As I’ve pointed out before, this “restoration and stewardship” agency Transition is a scam which depends upon financing derived from high value old growth logging. Shame on this agency for prior mismanagement and shame on this agency for tying restoration to further the ends and means of duplicitous actions on public lands.

  5. Restoration=business as usual. Collaboration=pseudo public participation. National Forest logging=more borrowing from China. Bush Administration=Obama Administration=Romney Administration.

  6. What is important to me is how old the pines are. If measured at the stump of a tree that flares at the base as many ponderosas do, you can get 40 inches diameter on a tree only 25-30 inches at breast height, the standard way to measure tree diameter . But on some sites, a tree only 25 inches at breast height can be much older than many think.. This age data should be easily available in the EIS or EA.(??)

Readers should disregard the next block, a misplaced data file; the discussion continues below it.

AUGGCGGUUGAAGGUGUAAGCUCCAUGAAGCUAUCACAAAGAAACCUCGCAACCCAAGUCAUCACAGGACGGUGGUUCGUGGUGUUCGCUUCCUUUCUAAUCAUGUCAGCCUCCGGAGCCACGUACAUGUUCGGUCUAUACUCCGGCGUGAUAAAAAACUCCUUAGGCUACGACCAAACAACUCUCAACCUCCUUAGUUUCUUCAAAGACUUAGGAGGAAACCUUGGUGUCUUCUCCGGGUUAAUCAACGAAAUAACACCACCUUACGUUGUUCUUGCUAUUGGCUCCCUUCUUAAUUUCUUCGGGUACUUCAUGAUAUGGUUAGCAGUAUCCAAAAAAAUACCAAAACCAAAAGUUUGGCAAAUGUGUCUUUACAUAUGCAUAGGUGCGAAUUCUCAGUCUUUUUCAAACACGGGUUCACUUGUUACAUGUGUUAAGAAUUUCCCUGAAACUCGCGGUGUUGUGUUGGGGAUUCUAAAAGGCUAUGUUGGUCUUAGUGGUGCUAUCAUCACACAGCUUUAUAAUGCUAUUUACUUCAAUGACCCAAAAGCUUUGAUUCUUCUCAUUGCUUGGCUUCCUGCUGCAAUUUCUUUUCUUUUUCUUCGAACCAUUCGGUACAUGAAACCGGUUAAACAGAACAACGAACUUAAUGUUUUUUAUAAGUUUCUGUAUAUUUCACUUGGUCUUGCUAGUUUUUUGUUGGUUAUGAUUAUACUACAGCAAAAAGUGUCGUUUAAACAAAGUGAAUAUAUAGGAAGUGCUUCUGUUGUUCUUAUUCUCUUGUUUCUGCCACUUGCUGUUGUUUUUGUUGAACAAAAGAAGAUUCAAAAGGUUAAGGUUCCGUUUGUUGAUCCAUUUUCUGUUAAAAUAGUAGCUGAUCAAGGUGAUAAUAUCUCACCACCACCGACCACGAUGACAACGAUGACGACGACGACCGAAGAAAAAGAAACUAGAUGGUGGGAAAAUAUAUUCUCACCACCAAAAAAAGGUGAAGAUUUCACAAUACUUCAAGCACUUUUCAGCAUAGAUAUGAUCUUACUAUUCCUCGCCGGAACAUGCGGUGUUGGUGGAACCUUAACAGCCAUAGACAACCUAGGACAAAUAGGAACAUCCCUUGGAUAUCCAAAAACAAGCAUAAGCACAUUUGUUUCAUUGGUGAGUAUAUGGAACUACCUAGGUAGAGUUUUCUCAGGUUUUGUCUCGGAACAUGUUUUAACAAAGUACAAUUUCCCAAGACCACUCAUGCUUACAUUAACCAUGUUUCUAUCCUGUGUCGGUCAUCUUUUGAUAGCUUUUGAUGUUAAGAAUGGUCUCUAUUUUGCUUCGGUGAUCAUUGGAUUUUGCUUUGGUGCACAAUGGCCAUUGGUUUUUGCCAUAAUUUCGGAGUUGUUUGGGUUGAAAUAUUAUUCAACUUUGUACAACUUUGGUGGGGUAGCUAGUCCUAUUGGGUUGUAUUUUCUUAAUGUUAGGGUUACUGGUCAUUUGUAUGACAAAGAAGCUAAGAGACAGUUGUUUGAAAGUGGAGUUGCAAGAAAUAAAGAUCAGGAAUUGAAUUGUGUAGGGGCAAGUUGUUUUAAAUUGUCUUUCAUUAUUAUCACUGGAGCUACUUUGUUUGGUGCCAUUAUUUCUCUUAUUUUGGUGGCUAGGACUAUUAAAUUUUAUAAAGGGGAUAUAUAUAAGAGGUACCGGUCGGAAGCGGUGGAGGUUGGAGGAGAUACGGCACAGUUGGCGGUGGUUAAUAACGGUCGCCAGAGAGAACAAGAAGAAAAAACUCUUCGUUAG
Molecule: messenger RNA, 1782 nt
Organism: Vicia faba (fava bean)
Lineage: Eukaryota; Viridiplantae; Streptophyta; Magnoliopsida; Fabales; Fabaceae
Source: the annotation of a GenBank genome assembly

I have not seen the site, so probably better to withhold any heated opinions.

    • Greg, that’s a good point… so do we want to protect old growth because of their structural properties or because of its age? I think those might lead you to different conclusions…

      • Protect old-growth simply because it is rare — not a very complex concept. The other “arguments” are really just red herrings. As a small private timber lands owner my family grows pulp crops of aspen every 40-50 years on Minnesota’s 4th forest. Any old-growth, and even some of the 2nd/3rd growth, red and white pine are often reserved — not for their timber value but because they are just neat big old trees.

  7. Yes, it could, but in general I am much in favor or hanging onto older stands of any kind. Hence my discomfort with hot fires that kill too much of it. I prefer eco burns that just thin them out, knocking out the understory with a few tastefully scattered pockets of severe mortality to spice it up. When that climbs over 20% I feel ill.

    I understand that I am being sentimental here. But i have a lot of pics of such understory eco burns and thinning i am comfortable with, usually meaning whacking the understory so we might hang onto the big old ones in a fire. Hopefully.

    I saw too many big dead trees in Biscuit, if our CA friends want those in their life, they can visit us in the Siskiyou. Maybe we can lend you a few black backed woodpeckers, I assume we have a few to spare.